INDIANAPOLIS – To hear many of those in charge of Division I programs tell it, the state of play for women's sports could get worse, not better, under proposals that would put more money in the pockets of some college athletes.
Via a new Associated Press survey of athletic directors, and in conversations with ADs and conference commissioners during March Madness, a picture emerged of concern for sports other than the two largest revenue-generators, football and men’s basketball.
The AP asked 357 ADs a series of online questions shortly before various differences between the men’s and women’s basketball tournaments were put on full display over the past two weeks, drawing complaints from players and coaches, along with mea culpas from the NCAA. Granted anonymity in exchange for candor, 99 athletic directors participated.
The most striking of the results released Thursday: 94% of respondents said it would be somewhat or much more difficult to comply with Title IX gender equity rules if their school were to compensate athletes in the biggest money-making sports.
“I do fully understand the concerns that the ADs raised in your survey, and I’m not the least bit surprised," NCAA President Mark Emmert said. "One of the things that we’re working with Congress on, and as we shape our own rules, is for folks to understand that while there is a common belief that all universities make very large amounts of money off of college sports, the reality is quite different from that. And when there are other calls on those funds, that limits the ability of schools to be able to support all their teams, and that’s something I worry a great deal about.”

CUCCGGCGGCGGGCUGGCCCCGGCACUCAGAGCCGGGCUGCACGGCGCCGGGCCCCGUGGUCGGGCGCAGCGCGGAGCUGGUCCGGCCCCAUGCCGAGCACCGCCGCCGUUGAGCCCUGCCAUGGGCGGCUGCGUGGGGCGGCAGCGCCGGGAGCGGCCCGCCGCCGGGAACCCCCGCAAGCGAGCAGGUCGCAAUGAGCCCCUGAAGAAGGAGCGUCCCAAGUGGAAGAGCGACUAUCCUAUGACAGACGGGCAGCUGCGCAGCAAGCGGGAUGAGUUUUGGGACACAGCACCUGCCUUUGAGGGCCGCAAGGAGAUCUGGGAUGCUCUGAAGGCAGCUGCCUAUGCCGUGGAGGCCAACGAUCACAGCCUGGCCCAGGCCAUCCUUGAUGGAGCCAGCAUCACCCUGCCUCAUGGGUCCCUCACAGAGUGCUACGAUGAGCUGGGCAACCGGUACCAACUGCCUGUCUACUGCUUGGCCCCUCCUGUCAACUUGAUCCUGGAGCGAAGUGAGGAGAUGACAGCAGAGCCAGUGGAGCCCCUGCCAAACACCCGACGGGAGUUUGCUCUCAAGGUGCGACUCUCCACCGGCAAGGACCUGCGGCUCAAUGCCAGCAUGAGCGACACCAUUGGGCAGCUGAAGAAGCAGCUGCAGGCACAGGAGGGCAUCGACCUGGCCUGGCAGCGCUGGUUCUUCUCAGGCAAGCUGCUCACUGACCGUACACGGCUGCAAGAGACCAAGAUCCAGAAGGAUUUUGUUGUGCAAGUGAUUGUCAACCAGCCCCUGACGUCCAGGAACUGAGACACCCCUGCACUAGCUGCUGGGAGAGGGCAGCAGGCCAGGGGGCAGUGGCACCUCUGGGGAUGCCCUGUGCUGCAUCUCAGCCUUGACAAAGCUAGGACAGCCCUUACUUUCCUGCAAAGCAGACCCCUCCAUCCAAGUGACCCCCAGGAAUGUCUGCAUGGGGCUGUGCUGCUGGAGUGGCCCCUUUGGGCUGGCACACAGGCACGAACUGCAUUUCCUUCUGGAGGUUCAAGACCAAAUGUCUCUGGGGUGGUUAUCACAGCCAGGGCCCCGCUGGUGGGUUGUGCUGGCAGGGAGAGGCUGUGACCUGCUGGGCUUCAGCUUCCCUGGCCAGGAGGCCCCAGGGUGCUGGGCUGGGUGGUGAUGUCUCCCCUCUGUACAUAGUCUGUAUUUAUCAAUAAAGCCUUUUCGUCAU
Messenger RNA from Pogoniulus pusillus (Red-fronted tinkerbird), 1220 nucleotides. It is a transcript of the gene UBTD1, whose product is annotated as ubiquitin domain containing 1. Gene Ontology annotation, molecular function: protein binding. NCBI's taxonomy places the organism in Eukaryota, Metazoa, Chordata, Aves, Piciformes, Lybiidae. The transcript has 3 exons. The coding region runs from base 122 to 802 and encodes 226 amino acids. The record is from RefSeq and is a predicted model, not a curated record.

One AD wrote in the survey: "Sharing revenue with student-athletes is not feasible. That only works if universities are then absolved of Title IX requirements. Football revenue supports women’s golf, women’s tennis, women’s softball, women’s volleyball, women’s soccer, women’s track and field on this campus.”
More than 70% said certain sports would lose funding or be cut altogether if their school offered additional non-scholarship payments to students.
“It’s not good enough to just say, ‘Let’s change.’ We have to contemplate the impacts of the change. What’s on the other side of the looking glass,” said Southeastern Conference commissioner Greg Sankey, whose league's ADs did not participate in the survey. “And I am concerned — highly concerned — about the impact on all student-athletes.”